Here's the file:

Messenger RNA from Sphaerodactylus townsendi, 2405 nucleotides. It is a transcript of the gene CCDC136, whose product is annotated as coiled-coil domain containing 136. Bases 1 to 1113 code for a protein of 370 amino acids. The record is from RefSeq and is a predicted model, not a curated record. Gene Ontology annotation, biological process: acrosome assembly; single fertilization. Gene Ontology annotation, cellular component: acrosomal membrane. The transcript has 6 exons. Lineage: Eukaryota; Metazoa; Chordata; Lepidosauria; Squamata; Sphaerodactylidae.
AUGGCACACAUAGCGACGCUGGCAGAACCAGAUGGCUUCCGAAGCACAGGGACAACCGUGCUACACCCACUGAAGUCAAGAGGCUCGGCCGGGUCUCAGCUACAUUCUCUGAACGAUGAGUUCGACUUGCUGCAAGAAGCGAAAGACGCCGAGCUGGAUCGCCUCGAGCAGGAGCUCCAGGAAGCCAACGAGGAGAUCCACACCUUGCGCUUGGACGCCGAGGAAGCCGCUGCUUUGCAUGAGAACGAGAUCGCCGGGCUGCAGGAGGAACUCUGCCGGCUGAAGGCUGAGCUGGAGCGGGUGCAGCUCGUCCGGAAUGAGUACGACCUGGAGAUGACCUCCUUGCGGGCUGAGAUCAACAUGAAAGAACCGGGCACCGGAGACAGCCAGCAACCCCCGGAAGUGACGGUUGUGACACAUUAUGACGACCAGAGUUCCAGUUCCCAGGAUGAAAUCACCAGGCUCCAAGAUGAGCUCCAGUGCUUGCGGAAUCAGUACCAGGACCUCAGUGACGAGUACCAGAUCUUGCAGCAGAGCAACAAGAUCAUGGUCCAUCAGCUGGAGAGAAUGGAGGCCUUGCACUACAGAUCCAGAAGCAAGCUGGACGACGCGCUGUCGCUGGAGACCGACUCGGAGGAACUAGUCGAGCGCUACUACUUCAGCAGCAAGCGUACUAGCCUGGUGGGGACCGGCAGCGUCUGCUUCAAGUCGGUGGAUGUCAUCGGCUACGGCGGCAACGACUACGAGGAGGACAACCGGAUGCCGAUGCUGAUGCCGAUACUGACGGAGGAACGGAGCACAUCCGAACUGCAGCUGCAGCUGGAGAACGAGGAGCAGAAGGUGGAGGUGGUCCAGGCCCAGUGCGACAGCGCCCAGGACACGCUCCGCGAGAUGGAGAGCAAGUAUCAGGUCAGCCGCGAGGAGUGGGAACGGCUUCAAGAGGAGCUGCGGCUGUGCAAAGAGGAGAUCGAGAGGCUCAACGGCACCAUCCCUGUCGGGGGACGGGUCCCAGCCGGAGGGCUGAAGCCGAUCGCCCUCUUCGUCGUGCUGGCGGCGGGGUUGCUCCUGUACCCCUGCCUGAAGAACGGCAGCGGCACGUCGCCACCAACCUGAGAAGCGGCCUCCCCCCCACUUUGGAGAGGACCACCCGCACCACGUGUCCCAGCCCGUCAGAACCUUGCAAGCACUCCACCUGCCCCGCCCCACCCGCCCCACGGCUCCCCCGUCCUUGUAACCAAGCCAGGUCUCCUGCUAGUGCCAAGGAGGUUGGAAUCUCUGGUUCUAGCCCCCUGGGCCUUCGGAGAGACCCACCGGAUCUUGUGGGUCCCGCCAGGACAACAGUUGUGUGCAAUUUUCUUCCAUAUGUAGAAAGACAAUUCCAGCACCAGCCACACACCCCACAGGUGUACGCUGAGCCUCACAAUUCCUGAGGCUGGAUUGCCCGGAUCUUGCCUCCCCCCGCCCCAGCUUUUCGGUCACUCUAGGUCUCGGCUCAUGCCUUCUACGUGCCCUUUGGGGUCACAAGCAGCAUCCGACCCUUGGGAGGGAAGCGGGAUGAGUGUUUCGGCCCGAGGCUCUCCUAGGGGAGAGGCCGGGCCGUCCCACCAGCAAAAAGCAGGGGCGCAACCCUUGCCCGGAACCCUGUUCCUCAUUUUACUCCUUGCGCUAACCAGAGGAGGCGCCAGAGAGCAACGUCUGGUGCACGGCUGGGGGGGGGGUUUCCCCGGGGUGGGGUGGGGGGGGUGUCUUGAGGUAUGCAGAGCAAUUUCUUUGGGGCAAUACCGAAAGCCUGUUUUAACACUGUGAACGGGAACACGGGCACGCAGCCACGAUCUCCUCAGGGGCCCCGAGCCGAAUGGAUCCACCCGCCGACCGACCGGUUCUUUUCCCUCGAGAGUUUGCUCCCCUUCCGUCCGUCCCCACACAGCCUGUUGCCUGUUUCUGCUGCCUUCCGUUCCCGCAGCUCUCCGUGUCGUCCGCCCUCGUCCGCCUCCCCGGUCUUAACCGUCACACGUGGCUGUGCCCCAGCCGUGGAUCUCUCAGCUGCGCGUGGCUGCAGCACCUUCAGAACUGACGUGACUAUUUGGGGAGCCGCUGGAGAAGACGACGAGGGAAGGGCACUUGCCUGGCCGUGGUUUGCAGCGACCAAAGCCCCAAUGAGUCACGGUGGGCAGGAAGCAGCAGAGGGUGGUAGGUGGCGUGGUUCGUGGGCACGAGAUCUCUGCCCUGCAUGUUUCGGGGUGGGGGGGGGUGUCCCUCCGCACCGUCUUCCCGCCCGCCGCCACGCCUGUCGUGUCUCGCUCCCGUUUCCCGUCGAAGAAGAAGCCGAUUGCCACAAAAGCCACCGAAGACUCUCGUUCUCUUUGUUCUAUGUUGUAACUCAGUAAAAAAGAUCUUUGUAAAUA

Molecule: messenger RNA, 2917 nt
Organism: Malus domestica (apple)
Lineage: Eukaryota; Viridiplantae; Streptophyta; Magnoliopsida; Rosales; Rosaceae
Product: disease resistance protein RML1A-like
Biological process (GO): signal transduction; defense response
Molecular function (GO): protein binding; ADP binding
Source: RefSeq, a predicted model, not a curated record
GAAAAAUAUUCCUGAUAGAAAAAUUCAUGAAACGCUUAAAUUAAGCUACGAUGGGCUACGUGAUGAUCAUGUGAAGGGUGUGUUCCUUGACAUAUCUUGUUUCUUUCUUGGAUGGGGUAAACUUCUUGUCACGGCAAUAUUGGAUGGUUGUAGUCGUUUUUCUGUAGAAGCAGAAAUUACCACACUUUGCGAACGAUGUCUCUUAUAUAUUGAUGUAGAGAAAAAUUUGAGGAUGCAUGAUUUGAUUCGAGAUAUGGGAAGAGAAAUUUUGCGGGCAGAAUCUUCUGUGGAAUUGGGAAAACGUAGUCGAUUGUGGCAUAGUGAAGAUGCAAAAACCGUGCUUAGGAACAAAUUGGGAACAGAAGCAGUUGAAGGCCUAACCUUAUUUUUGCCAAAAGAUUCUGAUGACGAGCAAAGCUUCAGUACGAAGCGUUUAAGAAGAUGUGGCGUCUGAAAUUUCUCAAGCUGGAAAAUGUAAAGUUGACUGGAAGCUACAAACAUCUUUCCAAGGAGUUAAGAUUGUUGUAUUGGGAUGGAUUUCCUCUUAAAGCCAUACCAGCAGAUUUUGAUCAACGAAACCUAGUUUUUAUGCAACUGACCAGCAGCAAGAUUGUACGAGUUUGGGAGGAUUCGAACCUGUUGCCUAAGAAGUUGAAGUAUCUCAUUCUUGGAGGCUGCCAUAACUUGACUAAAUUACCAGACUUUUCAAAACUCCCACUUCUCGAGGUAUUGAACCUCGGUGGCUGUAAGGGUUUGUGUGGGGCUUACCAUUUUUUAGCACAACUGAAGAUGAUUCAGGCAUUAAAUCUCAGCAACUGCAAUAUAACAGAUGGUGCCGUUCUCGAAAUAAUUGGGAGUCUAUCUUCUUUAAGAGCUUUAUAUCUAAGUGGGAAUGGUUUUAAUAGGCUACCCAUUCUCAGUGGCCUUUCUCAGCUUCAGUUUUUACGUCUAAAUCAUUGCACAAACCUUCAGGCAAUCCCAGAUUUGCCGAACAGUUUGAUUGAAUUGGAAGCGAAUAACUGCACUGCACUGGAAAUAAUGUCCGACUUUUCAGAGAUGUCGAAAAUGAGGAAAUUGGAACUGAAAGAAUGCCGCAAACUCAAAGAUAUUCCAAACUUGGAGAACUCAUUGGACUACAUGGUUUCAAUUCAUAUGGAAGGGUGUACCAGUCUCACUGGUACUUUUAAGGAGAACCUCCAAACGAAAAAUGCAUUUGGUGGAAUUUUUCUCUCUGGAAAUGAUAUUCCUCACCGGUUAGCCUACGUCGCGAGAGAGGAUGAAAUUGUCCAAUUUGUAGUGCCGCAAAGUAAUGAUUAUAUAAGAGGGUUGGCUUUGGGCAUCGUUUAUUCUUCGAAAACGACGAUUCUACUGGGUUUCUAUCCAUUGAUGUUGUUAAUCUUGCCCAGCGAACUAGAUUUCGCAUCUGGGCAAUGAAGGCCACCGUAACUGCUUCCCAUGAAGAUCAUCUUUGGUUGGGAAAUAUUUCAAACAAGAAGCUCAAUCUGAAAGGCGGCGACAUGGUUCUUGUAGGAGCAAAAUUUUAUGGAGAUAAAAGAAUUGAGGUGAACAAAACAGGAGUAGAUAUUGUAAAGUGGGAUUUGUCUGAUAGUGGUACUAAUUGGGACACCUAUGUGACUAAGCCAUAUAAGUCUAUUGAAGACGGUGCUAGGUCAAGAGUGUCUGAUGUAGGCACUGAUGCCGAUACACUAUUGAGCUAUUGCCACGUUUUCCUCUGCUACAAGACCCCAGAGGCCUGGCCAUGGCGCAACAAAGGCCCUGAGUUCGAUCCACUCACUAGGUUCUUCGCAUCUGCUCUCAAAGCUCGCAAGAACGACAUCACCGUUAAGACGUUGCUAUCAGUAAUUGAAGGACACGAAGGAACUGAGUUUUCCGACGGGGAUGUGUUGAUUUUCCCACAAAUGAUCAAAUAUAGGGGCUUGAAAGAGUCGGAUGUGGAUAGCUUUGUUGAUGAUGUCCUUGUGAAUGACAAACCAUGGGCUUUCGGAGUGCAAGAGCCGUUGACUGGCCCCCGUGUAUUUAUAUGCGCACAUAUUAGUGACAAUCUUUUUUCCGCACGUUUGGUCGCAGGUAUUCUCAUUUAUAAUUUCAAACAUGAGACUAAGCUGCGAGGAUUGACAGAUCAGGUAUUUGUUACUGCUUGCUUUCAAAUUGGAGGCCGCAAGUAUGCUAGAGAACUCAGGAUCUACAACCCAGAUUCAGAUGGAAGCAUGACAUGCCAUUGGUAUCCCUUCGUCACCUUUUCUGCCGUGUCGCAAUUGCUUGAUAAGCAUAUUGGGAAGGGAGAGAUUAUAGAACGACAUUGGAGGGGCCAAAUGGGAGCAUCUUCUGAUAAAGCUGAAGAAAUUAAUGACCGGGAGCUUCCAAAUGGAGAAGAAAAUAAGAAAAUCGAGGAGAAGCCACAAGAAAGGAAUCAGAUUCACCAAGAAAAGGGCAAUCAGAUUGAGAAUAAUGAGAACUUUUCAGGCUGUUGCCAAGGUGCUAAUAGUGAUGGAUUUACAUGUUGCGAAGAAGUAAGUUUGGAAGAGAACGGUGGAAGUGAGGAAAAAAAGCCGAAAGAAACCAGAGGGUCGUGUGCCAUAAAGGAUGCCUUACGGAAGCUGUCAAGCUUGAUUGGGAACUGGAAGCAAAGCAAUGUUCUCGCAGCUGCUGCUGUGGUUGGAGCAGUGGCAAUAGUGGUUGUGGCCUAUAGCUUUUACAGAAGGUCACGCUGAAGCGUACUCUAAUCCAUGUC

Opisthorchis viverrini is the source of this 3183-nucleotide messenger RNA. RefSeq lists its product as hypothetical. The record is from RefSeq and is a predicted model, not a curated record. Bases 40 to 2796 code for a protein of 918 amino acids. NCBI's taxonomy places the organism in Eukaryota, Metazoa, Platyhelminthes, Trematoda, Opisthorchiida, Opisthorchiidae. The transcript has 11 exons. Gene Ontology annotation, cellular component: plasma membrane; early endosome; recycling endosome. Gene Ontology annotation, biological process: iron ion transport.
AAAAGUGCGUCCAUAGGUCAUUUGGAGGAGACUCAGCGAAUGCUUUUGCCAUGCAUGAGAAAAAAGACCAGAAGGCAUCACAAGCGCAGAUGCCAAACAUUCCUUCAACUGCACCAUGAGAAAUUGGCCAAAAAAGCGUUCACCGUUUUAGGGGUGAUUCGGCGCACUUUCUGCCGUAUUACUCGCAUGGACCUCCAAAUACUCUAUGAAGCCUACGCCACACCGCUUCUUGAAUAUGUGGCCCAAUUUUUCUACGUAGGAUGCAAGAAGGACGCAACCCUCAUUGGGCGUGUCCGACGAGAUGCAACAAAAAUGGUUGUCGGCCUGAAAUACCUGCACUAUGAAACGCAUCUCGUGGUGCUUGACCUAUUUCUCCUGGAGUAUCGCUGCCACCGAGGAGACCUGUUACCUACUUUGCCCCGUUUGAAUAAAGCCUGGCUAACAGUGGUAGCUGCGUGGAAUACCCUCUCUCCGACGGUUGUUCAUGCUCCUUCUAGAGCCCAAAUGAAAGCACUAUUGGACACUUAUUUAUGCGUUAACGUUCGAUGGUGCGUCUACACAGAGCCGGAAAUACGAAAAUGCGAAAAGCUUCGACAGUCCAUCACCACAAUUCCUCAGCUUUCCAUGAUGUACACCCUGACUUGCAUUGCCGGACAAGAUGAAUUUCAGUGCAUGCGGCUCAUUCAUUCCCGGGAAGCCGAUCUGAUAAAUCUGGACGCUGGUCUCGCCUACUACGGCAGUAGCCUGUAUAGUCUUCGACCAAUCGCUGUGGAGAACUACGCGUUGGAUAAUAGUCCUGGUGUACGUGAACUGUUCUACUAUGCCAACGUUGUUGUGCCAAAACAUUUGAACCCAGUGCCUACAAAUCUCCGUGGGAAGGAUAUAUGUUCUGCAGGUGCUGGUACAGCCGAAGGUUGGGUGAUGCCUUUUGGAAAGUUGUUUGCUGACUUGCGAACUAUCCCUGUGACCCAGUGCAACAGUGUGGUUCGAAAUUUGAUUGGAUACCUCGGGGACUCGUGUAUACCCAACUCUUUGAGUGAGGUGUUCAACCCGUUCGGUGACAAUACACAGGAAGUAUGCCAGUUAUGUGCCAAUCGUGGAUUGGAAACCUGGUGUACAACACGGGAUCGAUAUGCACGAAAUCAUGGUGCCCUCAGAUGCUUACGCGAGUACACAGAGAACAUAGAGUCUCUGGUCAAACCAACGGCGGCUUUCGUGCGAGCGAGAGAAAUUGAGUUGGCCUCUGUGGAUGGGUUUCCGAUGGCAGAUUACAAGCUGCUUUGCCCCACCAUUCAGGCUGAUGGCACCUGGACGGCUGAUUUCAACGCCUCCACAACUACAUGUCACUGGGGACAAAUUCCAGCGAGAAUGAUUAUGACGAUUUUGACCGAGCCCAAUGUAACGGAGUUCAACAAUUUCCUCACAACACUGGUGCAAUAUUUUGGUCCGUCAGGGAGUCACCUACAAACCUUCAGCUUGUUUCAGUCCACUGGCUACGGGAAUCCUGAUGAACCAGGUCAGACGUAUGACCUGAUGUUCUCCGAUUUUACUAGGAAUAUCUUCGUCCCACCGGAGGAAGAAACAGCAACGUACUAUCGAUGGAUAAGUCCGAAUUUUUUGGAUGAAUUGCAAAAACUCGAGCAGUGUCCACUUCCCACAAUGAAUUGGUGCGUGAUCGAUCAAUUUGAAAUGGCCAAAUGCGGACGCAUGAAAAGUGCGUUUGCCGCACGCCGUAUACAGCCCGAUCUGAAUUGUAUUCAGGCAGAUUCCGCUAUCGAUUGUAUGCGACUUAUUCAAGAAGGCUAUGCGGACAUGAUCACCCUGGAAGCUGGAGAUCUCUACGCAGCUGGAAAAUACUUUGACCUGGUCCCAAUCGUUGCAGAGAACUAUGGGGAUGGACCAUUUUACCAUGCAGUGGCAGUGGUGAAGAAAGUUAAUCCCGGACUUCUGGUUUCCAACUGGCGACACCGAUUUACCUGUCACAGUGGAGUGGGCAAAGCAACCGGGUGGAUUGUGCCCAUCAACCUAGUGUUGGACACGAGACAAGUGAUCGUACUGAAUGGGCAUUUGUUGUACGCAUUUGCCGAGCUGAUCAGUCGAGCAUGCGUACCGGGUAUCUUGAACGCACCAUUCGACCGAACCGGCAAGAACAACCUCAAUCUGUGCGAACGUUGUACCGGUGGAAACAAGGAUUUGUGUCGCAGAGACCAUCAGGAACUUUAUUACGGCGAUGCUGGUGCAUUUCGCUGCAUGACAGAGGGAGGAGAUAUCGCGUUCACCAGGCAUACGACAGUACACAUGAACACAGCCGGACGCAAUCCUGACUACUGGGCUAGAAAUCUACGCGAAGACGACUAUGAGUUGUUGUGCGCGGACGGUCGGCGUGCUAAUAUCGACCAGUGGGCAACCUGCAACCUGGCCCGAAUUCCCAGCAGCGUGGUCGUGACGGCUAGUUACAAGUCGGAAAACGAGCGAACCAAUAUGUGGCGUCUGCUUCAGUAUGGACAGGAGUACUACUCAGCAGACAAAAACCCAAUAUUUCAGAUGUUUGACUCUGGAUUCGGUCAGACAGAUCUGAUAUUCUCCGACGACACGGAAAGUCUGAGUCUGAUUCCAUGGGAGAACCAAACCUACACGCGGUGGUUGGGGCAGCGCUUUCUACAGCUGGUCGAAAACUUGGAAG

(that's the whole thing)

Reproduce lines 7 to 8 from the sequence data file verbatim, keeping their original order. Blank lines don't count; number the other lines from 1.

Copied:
Biological process (GO): signal transduction; defense response
Molecular function (GO): protein binding; ADP binding